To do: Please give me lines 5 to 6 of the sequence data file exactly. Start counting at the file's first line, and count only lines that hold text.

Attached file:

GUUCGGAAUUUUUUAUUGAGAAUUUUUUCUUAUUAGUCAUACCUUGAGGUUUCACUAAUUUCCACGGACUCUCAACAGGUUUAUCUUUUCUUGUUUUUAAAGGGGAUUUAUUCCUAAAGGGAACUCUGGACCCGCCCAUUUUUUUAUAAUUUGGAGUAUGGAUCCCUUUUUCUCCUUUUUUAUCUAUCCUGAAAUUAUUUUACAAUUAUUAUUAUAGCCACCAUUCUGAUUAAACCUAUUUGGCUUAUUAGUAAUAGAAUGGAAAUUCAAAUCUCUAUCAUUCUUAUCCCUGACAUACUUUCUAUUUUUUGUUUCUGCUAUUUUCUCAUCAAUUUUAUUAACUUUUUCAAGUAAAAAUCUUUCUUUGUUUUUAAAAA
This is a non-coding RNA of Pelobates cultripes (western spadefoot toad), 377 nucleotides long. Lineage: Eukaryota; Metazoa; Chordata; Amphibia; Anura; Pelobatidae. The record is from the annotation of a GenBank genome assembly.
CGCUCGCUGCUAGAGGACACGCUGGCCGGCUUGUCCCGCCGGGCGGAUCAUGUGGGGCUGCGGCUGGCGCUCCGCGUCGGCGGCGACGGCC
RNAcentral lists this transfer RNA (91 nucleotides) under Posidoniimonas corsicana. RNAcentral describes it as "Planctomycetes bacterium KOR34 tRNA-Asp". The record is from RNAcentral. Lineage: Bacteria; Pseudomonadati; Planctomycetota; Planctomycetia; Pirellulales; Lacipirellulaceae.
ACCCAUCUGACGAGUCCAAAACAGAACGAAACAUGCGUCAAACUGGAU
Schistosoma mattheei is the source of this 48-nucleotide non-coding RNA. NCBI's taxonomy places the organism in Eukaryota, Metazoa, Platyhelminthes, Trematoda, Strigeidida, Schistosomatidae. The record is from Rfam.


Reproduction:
ACCCAUCUGACGAGUCCAAAACAGAACGAAACAUGCGUCAAACUGGAU
Schistosoma mattheei is the source of this 48-nucleotide non-coding RNA. NCBI's taxonomy places the organism in Eukaryota, Metazoa, Platyhelminthes, Trematoda, Strigeidida, Schistosomatidae. The record is from Rfam.